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The Serpent’s Egg (Remastered)

Dead Can Dance

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Album Review

Perry and Gerrard continued to experiment and improve with The Serpent's Egg, as much a leap forward as Spleen and Ideal was some years previously. As with that album, The Serpent's Egg was heralded by an astounding first track, "The Host of Seraphim." Its use in films some years later was no surprise in the slightest — one can imagine the potential range of epic images the song could call up — but on its own it's so jaw-droppingly good that almost the only reaction is sheer awe. Beginning with a soft organ drone and buried, echoed percussion, Gerrard then takes flight with a seemingly wordless invocation of power and worship — her vocal control and multi-octave range, especially towards the end, has to be heard to be believed. Nothing else achieves such heights, but everything gets pretty darn close, a deserved testament to the band's conceptual reach and abilities. Slow plainsong chants such as "Orbis De Ignis" mix with the harpischord and overlaid vocals of "The Writing on My Father's Hand" and the slow build and sweep of "In the Kingdom of the Blind the One-Eyed Are Kings." Two of Perry's finest vocal moments occur here. The first, "Severance," is a slow, organ/keyboard led number that showcases his rich, warm vocals exquisitely — it's no wonder that Bauhaus chose to cover it some years later on its reunion tour. "Ullyses," the album's closing track, makes for a fine ending as much as "The Host of Seraphim" did an opening, Perry's delivery almost like a reading from a holy book, the arrangement of strings and percussion rhythmic, addictive and lovely.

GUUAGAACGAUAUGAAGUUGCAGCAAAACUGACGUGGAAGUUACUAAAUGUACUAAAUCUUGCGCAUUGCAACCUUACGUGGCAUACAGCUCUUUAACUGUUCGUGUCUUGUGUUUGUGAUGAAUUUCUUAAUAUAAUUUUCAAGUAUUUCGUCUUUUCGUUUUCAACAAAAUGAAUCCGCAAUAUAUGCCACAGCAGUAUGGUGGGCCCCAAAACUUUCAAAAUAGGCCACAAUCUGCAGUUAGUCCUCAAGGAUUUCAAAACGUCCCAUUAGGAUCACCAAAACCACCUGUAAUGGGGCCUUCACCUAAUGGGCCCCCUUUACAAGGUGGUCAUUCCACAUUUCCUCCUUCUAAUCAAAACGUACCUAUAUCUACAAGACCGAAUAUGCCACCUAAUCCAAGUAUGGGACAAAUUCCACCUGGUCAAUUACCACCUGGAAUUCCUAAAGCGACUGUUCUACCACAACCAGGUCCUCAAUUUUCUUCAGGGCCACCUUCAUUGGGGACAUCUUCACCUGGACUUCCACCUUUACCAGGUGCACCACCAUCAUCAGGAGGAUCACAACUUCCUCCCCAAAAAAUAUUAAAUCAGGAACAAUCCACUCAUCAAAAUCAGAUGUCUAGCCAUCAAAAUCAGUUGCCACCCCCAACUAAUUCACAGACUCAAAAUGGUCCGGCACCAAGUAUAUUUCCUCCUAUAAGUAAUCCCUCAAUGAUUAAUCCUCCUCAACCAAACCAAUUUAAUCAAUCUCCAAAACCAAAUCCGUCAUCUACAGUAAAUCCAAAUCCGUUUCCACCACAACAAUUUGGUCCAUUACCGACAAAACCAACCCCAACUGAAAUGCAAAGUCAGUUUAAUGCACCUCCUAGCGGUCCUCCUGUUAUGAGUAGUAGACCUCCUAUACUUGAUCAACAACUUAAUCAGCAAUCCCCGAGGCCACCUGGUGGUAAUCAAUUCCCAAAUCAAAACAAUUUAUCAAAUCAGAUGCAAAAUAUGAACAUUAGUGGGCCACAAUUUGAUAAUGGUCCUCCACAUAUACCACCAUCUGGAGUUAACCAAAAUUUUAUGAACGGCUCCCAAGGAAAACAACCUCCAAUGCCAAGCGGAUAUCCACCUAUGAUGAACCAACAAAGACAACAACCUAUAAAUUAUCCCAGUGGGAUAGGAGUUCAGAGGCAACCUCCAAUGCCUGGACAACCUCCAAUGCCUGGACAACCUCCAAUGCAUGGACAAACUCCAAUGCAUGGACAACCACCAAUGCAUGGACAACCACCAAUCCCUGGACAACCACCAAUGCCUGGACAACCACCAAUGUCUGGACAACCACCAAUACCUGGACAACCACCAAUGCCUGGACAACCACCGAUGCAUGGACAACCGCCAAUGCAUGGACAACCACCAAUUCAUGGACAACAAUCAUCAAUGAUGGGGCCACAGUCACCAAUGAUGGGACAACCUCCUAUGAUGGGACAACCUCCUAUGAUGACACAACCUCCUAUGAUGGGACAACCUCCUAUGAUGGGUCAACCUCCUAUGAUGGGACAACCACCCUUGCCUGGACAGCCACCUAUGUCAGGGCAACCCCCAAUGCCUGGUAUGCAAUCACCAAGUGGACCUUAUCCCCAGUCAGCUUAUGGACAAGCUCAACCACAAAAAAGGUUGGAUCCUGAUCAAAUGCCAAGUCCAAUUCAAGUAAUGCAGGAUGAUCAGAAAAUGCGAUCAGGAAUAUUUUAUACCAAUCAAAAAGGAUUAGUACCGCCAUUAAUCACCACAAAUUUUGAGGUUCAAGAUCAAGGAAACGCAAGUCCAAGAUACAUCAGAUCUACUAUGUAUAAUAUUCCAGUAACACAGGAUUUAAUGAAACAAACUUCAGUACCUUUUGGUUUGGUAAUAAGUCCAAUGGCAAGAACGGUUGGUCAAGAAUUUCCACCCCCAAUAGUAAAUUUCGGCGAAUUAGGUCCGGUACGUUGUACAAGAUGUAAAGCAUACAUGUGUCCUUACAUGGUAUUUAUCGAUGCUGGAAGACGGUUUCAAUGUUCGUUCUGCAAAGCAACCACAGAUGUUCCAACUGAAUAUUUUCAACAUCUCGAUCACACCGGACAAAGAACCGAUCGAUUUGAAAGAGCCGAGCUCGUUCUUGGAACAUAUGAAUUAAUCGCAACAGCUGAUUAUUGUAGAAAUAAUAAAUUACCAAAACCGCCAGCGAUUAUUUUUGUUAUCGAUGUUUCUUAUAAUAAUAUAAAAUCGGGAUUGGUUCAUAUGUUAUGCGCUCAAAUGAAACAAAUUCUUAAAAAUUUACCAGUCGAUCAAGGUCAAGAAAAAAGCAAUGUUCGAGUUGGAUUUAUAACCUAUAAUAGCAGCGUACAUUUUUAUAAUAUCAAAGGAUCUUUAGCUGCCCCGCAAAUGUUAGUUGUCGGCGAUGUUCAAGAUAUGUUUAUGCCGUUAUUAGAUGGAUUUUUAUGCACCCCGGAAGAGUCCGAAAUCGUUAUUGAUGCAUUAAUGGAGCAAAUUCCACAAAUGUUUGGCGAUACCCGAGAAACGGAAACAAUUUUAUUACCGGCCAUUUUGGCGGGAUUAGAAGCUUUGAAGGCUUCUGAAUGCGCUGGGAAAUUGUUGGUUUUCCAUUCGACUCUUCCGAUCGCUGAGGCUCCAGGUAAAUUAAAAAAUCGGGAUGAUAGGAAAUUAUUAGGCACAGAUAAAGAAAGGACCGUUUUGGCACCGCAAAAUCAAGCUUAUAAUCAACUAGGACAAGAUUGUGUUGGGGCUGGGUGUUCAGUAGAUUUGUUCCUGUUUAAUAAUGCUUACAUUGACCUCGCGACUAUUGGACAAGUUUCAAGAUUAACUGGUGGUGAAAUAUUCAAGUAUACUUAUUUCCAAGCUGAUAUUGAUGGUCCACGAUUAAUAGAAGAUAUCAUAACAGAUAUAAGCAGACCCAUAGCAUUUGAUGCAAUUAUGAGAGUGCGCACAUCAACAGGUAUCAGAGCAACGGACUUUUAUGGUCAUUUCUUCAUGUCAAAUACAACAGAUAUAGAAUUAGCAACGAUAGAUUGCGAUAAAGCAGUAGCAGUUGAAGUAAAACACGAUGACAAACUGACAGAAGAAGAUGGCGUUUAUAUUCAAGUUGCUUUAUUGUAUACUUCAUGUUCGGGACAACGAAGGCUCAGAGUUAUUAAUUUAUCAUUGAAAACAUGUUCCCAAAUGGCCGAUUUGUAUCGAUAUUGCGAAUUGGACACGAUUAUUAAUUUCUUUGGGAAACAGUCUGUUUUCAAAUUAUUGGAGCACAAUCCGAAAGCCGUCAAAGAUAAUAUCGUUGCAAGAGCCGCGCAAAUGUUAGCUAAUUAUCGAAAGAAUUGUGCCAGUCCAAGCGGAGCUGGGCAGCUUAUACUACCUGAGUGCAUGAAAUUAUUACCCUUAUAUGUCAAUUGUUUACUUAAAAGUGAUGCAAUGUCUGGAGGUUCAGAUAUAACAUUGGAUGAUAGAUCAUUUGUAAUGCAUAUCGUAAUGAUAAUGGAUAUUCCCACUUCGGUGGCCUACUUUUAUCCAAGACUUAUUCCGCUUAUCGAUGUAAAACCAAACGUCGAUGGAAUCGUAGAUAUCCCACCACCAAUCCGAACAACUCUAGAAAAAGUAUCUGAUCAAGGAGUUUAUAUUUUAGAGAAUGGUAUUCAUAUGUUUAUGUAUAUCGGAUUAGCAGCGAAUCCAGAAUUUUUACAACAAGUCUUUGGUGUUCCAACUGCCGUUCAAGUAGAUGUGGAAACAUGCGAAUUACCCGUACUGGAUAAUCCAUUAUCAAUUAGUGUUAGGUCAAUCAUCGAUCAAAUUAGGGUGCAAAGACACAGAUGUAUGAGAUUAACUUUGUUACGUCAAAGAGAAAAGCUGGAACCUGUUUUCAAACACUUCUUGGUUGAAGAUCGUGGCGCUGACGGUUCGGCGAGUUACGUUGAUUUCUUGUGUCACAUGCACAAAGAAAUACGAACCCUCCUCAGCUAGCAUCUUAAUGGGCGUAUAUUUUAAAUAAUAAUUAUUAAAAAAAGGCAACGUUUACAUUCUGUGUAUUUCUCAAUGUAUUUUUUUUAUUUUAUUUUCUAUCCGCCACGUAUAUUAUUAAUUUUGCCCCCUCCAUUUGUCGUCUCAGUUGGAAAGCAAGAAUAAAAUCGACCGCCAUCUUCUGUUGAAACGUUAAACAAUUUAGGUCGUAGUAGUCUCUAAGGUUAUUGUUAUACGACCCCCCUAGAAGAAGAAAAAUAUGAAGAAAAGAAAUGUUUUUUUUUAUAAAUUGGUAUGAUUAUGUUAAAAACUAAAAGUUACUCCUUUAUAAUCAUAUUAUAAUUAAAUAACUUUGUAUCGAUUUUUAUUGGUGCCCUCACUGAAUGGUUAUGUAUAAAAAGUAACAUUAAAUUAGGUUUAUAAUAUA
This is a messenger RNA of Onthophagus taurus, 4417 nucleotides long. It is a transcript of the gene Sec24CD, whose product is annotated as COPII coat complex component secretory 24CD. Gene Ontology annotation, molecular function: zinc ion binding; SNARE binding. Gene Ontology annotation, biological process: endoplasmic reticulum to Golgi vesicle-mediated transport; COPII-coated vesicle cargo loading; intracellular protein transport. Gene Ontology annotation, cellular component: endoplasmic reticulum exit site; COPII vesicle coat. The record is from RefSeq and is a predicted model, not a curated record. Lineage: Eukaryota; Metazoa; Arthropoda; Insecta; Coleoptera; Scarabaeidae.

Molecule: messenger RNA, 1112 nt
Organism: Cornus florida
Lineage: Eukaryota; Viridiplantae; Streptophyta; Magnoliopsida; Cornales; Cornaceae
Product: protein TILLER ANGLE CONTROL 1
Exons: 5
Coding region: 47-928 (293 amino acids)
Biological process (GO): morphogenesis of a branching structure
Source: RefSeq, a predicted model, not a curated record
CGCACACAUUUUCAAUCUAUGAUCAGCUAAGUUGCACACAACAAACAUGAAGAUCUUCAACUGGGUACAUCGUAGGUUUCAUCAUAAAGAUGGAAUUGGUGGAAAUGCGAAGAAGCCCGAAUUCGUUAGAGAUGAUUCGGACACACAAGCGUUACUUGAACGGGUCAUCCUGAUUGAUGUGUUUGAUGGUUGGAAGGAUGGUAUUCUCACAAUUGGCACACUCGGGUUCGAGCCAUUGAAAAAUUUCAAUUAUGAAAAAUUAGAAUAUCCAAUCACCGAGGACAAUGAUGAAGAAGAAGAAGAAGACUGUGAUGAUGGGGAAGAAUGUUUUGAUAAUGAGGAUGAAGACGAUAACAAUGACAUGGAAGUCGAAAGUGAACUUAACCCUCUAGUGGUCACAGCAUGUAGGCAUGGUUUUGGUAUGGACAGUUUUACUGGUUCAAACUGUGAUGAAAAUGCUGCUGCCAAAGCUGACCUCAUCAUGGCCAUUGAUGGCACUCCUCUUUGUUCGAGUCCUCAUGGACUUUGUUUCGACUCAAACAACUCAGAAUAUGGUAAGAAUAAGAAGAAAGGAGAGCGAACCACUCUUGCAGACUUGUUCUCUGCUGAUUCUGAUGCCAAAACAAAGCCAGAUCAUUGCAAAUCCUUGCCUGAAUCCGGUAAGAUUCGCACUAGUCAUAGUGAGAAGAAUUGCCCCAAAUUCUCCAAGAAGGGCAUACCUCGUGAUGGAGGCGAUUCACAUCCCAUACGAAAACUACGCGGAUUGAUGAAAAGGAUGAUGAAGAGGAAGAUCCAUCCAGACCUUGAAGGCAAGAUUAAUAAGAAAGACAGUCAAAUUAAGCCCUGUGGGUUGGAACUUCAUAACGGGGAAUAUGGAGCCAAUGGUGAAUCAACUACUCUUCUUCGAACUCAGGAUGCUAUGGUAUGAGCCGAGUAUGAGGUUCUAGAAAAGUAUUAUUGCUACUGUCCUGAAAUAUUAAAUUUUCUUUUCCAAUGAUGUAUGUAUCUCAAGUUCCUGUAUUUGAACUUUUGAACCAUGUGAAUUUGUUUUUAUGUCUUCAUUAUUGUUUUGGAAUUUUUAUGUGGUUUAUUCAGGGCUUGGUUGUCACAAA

Biography

Formed: 1981 in Australia

Genre: Alternative

Years Active: '80s, '90s, '00s, '10s

Dead Can Dance combine elements of European folk music — particularly music from the Middle Ages and the Renaissance — with ambient pop and worldbeat flourishes. Their songs are of lost beauty, regret and sorrow, inspiration and...
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The Serpent’s Egg (Remastered), Dead Can Dance
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